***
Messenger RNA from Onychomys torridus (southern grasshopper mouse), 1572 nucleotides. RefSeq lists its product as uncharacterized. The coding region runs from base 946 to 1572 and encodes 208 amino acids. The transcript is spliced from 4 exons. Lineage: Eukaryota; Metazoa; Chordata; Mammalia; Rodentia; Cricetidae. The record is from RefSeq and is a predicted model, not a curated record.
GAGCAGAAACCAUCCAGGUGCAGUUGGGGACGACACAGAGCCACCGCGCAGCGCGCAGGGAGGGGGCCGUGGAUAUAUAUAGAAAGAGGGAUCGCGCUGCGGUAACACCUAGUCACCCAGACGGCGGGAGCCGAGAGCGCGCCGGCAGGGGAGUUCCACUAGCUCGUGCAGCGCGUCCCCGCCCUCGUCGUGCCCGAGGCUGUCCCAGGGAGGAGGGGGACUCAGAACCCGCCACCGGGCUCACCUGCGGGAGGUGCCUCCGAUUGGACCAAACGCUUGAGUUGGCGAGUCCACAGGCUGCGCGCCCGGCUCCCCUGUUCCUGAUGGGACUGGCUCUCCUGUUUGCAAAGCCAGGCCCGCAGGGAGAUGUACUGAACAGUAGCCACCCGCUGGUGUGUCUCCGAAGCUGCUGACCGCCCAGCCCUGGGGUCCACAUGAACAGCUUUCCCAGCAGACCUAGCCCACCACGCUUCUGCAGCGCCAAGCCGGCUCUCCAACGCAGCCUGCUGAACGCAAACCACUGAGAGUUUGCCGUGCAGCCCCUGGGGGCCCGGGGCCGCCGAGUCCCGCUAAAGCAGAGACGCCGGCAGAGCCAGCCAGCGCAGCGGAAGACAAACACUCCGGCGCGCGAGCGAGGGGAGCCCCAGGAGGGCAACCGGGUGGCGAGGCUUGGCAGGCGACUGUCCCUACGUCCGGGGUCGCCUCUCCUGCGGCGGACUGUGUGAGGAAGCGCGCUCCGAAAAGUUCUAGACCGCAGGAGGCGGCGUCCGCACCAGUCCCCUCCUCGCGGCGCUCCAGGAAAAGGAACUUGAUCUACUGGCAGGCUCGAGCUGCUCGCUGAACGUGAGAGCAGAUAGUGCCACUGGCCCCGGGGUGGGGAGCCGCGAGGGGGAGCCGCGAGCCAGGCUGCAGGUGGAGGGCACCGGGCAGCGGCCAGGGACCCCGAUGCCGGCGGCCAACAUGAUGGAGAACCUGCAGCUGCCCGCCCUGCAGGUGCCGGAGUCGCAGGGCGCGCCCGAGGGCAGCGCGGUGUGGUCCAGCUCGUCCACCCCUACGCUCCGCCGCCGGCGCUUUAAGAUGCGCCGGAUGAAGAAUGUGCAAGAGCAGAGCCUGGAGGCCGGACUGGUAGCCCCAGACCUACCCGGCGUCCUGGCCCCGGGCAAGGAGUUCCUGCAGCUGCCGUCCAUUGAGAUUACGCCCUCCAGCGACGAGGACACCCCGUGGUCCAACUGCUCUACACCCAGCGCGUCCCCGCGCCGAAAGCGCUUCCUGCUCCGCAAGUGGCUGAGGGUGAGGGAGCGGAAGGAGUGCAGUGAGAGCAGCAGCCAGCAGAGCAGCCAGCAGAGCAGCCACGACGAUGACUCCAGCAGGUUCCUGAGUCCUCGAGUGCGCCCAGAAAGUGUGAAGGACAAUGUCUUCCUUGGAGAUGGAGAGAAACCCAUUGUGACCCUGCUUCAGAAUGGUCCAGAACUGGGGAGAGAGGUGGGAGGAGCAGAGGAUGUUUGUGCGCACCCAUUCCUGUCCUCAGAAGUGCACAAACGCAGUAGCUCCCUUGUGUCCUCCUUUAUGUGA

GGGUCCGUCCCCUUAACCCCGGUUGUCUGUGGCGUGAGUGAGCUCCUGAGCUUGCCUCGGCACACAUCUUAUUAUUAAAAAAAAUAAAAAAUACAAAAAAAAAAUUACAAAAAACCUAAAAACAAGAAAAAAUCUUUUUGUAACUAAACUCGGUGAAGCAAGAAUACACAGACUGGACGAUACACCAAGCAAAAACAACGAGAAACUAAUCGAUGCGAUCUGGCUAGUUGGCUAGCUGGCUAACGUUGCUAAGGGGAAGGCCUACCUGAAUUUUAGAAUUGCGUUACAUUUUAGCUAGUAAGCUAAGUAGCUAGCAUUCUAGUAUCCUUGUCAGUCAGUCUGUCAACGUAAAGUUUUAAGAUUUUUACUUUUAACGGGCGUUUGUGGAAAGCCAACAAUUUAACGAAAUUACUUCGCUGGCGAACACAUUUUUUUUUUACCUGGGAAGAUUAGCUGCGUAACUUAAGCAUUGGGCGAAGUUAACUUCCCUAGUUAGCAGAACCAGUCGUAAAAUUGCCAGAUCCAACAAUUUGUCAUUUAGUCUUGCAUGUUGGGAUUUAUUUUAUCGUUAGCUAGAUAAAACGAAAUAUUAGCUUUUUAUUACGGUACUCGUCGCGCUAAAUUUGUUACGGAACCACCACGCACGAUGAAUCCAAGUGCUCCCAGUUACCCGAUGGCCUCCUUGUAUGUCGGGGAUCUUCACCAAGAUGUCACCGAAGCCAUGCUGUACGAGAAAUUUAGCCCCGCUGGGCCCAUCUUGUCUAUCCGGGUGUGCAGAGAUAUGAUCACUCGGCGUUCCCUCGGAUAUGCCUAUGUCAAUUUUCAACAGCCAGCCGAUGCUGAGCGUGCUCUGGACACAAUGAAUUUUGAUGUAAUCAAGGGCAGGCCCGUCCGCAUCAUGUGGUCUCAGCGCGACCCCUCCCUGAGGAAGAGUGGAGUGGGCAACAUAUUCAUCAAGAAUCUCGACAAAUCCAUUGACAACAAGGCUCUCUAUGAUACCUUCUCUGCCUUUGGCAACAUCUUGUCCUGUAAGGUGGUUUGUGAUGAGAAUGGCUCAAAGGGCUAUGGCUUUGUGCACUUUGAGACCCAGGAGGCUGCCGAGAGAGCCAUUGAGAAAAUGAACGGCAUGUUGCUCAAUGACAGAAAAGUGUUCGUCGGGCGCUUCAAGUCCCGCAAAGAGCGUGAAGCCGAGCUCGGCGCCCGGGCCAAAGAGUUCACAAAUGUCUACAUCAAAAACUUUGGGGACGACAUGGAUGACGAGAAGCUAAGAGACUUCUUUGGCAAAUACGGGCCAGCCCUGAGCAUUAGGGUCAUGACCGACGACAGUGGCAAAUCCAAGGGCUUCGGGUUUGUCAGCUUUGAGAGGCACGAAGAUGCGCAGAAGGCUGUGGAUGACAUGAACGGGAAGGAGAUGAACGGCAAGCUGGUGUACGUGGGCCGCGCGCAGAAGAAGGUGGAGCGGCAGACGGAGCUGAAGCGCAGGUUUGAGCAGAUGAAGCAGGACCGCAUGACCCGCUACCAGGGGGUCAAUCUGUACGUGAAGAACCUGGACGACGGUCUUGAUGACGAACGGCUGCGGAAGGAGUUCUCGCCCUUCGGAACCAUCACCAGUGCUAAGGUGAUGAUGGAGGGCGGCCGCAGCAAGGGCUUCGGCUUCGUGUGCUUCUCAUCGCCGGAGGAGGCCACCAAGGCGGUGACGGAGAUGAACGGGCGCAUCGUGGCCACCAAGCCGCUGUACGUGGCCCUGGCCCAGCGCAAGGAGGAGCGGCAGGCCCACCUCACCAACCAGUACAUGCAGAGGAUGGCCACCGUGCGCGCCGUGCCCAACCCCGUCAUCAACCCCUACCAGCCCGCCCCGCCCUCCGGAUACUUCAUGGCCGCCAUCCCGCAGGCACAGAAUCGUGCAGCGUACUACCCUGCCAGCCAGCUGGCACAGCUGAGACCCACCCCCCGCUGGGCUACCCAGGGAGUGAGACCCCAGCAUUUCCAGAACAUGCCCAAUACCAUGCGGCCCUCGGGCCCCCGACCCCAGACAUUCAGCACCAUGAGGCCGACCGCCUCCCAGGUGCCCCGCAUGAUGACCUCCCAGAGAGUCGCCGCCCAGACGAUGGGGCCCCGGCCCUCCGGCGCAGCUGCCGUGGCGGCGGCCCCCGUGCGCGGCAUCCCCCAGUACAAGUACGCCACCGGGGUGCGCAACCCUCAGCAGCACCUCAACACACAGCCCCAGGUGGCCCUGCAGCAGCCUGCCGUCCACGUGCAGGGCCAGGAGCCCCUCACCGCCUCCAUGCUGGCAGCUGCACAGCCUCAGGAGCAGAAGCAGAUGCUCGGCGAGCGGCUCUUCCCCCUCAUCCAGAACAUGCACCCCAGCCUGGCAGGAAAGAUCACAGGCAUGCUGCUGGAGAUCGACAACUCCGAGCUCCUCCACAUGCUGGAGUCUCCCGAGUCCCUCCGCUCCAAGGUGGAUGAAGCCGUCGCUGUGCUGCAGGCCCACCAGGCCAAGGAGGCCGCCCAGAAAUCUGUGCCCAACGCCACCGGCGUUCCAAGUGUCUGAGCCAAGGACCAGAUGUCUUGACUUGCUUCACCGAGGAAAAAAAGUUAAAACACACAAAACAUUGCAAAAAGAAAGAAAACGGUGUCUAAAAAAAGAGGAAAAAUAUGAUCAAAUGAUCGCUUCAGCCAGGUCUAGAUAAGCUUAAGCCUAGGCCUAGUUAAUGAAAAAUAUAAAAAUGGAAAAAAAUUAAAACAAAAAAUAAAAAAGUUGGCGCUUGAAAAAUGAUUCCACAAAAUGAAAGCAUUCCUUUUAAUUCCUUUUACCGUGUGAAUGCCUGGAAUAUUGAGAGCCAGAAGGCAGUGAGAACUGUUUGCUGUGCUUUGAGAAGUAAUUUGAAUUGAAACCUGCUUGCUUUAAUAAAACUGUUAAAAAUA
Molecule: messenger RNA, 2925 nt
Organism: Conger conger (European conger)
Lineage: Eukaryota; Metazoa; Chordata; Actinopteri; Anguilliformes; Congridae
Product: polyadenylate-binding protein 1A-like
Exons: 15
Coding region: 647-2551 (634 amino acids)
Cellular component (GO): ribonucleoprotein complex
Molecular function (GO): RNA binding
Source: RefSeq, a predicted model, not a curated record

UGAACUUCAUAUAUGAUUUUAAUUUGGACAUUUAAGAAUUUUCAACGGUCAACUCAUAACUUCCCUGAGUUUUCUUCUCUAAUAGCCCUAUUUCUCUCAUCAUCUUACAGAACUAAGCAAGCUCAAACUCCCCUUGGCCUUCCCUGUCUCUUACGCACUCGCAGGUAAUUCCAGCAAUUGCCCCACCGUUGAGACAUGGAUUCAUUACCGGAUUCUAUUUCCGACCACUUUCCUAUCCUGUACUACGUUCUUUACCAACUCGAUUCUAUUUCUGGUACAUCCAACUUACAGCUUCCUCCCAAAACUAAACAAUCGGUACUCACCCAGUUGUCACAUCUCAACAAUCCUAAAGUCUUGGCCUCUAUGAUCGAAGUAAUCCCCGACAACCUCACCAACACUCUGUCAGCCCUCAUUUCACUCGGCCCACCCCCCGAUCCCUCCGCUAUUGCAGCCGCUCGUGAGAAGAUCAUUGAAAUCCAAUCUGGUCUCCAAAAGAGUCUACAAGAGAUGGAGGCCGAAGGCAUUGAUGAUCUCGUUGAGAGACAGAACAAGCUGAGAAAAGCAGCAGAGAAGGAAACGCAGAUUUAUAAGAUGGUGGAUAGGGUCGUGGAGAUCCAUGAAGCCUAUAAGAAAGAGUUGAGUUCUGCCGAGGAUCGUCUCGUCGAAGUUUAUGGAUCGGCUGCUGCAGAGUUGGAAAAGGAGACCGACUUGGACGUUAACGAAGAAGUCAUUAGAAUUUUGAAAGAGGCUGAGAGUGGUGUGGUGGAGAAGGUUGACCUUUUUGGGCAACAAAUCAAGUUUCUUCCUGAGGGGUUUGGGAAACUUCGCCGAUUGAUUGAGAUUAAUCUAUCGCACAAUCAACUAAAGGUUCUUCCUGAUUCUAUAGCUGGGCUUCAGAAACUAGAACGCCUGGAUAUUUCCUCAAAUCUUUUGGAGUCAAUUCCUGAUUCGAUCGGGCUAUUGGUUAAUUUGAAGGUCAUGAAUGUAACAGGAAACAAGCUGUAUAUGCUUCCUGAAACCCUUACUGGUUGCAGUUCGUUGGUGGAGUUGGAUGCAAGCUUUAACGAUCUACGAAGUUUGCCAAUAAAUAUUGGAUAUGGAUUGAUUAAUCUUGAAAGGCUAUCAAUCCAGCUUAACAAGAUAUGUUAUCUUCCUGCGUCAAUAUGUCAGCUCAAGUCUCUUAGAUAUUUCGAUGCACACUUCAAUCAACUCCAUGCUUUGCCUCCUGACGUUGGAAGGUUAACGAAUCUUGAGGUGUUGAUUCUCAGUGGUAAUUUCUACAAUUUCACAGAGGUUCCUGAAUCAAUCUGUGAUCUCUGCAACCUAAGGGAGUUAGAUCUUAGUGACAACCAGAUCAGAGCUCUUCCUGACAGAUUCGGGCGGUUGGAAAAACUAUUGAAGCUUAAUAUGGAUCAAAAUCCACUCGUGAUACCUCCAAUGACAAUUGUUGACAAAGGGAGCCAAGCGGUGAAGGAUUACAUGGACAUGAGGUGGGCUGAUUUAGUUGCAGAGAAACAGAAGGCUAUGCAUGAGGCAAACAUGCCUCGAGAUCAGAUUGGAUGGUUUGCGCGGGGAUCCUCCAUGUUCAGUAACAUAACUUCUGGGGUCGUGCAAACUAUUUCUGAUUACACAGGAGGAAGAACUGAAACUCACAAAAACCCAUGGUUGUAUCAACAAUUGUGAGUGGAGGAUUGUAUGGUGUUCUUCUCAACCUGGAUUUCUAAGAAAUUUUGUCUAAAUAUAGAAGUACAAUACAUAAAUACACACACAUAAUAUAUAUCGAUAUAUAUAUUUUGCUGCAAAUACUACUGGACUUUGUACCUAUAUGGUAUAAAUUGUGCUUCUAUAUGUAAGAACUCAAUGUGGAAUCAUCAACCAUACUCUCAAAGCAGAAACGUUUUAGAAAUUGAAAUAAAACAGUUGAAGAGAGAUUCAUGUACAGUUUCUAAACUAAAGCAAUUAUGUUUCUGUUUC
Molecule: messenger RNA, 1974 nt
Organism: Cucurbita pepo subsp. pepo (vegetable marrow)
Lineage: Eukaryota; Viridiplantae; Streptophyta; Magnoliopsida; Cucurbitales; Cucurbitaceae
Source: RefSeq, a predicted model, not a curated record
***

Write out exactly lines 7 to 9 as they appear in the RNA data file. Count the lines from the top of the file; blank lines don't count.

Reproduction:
Product: polyadenylate-binding protein 1A-like
Exons: 15
Coding region: 647-2551 (634 amino acids)